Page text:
My book showed lots of ways you can know two triangles are congruent, like SSS, SAS, RHS. In SAS, it is true that you have
to have the A in the middle so the same-size angles are between the same-size sides? My mother said that otherwise you'd have "A$$", which is a way of remembering that you shouldn't do it that way, but that sounds made-up.
Yes, the angle must
be between the two given sides (SAS), as with ASS / SSA, there may be 0, 1, or 2 possible triangles that could be drawn, depending on the dimensions of the known sides and angle.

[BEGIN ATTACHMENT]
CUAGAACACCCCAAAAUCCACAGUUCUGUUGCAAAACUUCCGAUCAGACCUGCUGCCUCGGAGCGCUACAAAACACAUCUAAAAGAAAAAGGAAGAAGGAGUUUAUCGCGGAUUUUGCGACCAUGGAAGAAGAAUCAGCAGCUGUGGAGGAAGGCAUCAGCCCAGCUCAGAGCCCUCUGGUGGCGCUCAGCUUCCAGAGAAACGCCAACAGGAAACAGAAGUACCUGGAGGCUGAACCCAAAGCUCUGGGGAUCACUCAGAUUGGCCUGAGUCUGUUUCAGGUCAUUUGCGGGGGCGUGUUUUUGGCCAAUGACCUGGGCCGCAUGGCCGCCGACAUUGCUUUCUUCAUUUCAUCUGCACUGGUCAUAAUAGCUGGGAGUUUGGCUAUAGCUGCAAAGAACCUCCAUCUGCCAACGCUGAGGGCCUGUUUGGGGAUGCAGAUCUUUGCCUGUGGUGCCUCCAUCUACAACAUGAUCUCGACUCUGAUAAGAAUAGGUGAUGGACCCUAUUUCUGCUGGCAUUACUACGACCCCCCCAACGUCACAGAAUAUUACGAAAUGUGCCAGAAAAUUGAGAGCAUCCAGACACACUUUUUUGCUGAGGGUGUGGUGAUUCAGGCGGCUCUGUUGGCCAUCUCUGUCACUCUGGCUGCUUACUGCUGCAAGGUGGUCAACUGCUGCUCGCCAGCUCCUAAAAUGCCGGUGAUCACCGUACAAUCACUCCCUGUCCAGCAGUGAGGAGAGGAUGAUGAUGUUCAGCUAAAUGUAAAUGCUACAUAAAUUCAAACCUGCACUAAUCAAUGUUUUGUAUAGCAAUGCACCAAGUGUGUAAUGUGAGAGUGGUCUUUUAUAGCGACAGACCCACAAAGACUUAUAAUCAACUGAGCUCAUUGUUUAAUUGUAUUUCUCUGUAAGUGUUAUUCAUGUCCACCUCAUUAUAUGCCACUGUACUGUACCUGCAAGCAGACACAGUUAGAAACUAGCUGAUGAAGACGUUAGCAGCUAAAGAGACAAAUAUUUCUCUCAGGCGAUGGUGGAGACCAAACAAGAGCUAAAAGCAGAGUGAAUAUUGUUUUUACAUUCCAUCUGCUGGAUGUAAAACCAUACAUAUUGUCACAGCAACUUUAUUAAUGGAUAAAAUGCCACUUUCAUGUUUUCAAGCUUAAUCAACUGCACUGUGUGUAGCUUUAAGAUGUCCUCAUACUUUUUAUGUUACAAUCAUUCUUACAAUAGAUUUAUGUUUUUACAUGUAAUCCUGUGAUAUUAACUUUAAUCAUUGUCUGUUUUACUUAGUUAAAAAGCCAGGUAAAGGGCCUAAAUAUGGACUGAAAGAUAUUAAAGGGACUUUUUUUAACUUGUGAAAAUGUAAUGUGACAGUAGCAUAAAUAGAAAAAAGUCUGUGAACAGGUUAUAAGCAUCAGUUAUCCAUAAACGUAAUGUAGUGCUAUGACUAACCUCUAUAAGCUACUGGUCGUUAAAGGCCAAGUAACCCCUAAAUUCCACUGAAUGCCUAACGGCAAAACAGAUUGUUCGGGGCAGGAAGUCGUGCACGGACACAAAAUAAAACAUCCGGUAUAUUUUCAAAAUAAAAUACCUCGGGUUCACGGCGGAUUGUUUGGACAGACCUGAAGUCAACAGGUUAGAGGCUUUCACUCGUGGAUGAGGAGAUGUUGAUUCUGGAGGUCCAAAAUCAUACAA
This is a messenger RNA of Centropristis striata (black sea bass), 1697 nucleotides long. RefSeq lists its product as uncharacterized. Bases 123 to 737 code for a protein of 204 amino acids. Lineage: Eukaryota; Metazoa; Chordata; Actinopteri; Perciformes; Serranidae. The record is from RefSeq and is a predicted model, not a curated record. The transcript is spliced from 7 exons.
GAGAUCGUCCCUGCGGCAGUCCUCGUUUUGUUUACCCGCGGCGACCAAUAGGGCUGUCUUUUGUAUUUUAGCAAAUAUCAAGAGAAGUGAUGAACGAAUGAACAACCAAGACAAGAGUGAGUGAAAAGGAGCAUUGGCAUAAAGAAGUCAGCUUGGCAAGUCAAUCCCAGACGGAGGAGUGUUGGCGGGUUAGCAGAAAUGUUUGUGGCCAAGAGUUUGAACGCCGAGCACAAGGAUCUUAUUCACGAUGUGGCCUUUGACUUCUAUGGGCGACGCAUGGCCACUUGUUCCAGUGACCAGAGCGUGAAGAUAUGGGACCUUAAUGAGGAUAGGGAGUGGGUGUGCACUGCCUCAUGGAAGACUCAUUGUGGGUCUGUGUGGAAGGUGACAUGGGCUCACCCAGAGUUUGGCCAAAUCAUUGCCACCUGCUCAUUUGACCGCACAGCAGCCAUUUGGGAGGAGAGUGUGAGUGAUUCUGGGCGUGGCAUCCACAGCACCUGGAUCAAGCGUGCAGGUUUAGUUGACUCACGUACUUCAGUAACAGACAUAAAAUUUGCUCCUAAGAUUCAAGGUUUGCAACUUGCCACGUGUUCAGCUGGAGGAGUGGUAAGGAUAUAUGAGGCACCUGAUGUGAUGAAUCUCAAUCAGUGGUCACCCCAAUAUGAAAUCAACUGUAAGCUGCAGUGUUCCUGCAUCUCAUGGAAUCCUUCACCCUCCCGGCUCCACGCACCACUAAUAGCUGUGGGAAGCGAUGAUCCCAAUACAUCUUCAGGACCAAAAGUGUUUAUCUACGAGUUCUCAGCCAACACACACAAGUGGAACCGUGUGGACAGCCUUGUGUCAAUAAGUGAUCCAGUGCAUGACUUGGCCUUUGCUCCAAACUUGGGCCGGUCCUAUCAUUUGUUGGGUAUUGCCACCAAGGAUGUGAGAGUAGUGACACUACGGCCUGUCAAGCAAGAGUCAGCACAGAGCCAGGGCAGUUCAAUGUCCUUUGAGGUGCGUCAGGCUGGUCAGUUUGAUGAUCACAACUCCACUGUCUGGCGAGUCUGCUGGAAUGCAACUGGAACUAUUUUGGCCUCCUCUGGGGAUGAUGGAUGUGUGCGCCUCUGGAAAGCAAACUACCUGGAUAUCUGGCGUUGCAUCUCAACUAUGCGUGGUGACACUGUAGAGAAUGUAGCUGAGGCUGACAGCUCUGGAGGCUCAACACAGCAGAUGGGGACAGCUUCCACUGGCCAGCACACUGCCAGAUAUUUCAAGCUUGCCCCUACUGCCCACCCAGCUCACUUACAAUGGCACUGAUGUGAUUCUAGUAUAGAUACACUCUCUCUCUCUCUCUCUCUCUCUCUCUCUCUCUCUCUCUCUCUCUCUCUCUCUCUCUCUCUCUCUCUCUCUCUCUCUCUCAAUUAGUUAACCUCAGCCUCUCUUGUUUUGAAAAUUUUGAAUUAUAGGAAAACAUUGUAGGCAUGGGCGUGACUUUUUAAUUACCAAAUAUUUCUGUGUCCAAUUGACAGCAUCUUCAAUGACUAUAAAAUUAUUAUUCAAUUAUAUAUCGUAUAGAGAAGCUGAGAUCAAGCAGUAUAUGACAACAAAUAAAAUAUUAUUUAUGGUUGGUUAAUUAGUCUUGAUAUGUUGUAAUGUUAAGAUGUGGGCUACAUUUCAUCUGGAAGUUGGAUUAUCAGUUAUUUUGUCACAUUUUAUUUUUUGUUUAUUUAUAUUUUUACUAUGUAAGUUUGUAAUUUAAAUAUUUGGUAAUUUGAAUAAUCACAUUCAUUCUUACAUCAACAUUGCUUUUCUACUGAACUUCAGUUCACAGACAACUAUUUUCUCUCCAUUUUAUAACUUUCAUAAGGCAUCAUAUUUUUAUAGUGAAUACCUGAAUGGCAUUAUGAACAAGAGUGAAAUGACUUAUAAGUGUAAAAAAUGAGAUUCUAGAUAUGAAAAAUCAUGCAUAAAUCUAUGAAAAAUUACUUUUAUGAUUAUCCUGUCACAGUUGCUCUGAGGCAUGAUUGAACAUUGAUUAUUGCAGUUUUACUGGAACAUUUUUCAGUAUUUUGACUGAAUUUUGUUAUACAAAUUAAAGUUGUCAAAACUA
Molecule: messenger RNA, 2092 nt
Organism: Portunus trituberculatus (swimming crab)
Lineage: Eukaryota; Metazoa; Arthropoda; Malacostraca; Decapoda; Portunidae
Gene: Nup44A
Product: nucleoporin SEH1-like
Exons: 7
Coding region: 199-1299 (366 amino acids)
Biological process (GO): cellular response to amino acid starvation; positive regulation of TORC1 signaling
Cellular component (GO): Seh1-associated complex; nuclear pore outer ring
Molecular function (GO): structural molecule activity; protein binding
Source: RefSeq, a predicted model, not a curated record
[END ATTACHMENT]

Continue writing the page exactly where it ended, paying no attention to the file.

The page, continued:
The RHS / HL rule is actually a special case of ASS / SSA, but that only works because the right angle forces there to be only one possible solution. Any other angle instead of the right angle would either result in two possible solutions (if the remaining side is longer than the minimum length needed to close up the triangle), or no possible solution (if the remaining side would be shorter than the minimum length needed to close up the triangle).
Here are some diagrams
which will hopefully make things clearer. (Scroll down to the picture of a donkey / ass.)